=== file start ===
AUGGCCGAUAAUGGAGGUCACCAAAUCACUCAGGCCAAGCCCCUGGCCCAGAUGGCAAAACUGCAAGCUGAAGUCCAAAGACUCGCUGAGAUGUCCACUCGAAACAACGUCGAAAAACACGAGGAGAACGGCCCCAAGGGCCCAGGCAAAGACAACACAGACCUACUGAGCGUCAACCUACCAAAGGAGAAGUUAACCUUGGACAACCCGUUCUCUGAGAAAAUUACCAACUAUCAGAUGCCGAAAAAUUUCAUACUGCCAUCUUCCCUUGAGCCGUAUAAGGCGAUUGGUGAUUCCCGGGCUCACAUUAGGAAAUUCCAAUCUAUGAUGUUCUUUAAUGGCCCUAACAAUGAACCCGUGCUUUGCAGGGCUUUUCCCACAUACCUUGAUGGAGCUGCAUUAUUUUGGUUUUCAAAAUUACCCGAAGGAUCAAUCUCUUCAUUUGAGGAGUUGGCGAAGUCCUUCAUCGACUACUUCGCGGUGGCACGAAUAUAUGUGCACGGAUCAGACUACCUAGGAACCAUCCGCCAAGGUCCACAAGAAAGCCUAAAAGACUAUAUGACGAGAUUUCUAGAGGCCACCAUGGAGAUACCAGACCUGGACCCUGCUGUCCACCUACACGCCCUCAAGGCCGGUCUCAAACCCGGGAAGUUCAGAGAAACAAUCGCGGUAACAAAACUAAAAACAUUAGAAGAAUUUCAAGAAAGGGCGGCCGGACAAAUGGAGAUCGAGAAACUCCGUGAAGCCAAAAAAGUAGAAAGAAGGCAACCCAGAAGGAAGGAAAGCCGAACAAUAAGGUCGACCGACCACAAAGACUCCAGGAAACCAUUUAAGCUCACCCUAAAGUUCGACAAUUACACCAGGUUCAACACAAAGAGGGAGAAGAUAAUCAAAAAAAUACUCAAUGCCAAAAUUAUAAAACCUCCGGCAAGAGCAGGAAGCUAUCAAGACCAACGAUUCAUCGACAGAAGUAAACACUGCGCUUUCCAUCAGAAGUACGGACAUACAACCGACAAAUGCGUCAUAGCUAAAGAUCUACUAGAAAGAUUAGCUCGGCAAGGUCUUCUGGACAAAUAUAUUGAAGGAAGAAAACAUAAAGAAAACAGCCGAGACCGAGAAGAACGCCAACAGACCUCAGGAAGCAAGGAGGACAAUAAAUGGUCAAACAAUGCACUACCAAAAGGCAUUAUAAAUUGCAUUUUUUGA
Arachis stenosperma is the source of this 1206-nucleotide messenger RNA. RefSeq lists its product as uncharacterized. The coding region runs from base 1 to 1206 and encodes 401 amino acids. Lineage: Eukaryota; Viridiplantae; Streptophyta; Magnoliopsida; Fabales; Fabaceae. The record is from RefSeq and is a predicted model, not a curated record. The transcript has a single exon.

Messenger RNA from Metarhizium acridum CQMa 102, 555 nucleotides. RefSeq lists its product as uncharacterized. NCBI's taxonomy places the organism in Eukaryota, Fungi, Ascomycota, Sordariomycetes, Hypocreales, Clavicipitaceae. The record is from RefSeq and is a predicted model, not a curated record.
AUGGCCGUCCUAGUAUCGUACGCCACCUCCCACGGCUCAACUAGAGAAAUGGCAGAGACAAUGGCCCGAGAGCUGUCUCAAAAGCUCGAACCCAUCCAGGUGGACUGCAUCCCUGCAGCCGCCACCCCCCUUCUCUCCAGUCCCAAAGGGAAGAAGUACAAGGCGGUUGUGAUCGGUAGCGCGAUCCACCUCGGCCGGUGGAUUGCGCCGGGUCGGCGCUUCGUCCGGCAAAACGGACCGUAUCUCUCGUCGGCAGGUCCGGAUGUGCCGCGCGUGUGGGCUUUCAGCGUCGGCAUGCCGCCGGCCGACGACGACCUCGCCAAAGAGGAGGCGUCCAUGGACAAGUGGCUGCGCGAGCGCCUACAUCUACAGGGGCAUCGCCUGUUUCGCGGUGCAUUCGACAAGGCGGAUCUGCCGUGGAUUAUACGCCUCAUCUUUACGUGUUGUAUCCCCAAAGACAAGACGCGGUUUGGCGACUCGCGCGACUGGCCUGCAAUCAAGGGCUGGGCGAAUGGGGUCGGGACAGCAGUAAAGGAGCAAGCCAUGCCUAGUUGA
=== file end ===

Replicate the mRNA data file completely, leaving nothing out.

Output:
AUGGCCGAUAAUGGAGGUCACCAAAUCACUCAGGCCAAGCCCCUGGCCCAGAUGGCAAAACUGCAAGCUGAAGUCCAAAGACUCGCUGAGAUGUCCACUCGAAACAACGUCGAAAAACACGAGGAGAACGGCCCCAAGGGCCCAGGCAAAGACAACACAGACCUACUGAGCGUCAACCUACCAAAGGAGAAGUUAACCUUGGACAACCCGUUCUCUGAGAAAAUUACCAACUAUCAGAUGCCGAAAAAUUUCAUACUGCCAUCUUCCCUUGAGCCGUAUAAGGCGAUUGGUGAUUCCCGGGCUCACAUUAGGAAAUUCCAAUCUAUGAUGUUCUUUAAUGGCCCUAACAAUGAACCCGUGCUUUGCAGGGCUUUUCCCACAUACCUUGAUGGAGCUGCAUUAUUUUGGUUUUCAAAAUUACCCGAAGGAUCAAUCUCUUCAUUUGAGGAGUUGGCGAAGUCCUUCAUCGACUACUUCGCGGUGGCACGAAUAUAUGUGCACGGAUCAGACUACCUAGGAACCAUCCGCCAAGGUCCACAAGAAAGCCUAAAAGACUAUAUGACGAGAUUUCUAGAGGCCACCAUGGAGAUACCAGACCUGGACCCUGCUGUCCACCUACACGCCCUCAAGGCCGGUCUCAAACCCGGGAAGUUCAGAGAAACAAUCGCGGUAACAAAACUAAAAACAUUAGAAGAAUUUCAAGAAAGGGCGGCCGGACAAAUGGAGAUCGAGAAACUCCGUGAAGCCAAAAAAGUAGAAAGAAGGCAACCCAGAAGGAAGGAAAGCCGAACAAUAAGGUCGACCGACCACAAAGACUCCAGGAAACCAUUUAAGCUCACCCUAAAGUUCGACAAUUACACCAGGUUCAACACAAAGAGGGAGAAGAUAAUCAAAAAAAUACUCAAUGCCAAAAUUAUAAAACCUCCGGCAAGAGCAGGAAGCUAUCAAGACCAACGAUUCAUCGACAGAAGUAAACACUGCGCUUUCCAUCAGAAGUACGGACAUACAACCGACAAAUGCGUCAUAGCUAAAGAUCUACUAGAAAGAUUAGCUCGGCAAGGUCUUCUGGACAAAUAUAUUGAAGGAAGAAAACAUAAAGAAAACAGCCGAGACCGAGAAGAACGCCAACAGACCUCAGGAAGCAAGGAGGACAAUAAAUGGUCAAACAAUGCACUACCAAAAGGCAUUAUAAAUUGCAUUUUUUGA
Arachis stenosperma is the source of this 1206-nucleotide messenger RNA. RefSeq lists its product as uncharacterized. The coding region runs from base 1 to 1206 and encodes 401 amino acids. Lineage: Eukaryota; Viridiplantae; Streptophyta; Magnoliopsida; Fabales; Fabaceae. The record is from RefSeq and is a predicted model, not a curated record. The transcript has a single exon.

Messenger RNA from Metarhizium acridum CQMa 102, 555 nucleotides. RefSeq lists its product as uncharacterized. NCBI's taxonomy places the organism in Eukaryota, Fungi, Ascomycota, Sordariomycetes, Hypocreales, Clavicipitaceae. The record is from RefSeq and is a predicted model, not a curated record.
AUGGCCGUCCUAGUAUCGUACGCCACCUCCCACGGCUCAACUAGAGAAAUGGCAGAGACAAUGGCCCGAGAGCUGUCUCAAAAGCUCGAACCCAUCCAGGUGGACUGCAUCCCUGCAGCCGCCACCCCCCUUCUCUCCAGUCCCAAAGGGAAGAAGUACAAGGCGGUUGUGAUCGGUAGCGCGAUCCACCUCGGCCGGUGGAUUGCGCCGGGUCGGCGCUUCGUCCGGCAAAACGGACCGUAUCUCUCGUCGGCAGGUCCGGAUGUGCCGCGCGUGUGGGCUUUCAGCGUCGGCAUGCCGCCGGCCGACGACGACCUCGCCAAAGAGGAGGCGUCCAUGGACAAGUGGCUGCGCGAGCGCCUACAUCUACAGGGGCAUCGCCUGUUUCGCGGUGCAUUCGACAAGGCGGAUCUGCCGUGGAUUAUACGCCUCAUCUUUACGUGUUGUAUCCCCAAAGACAAGACGCGGUUUGGCGACUCGCGCGACUGGCCUGCAAUCAAGGGCUGGGCGAAUGGGGUCGGGACAGCAGUAAAGGAGCAAGCCAUGCCUAGUUGA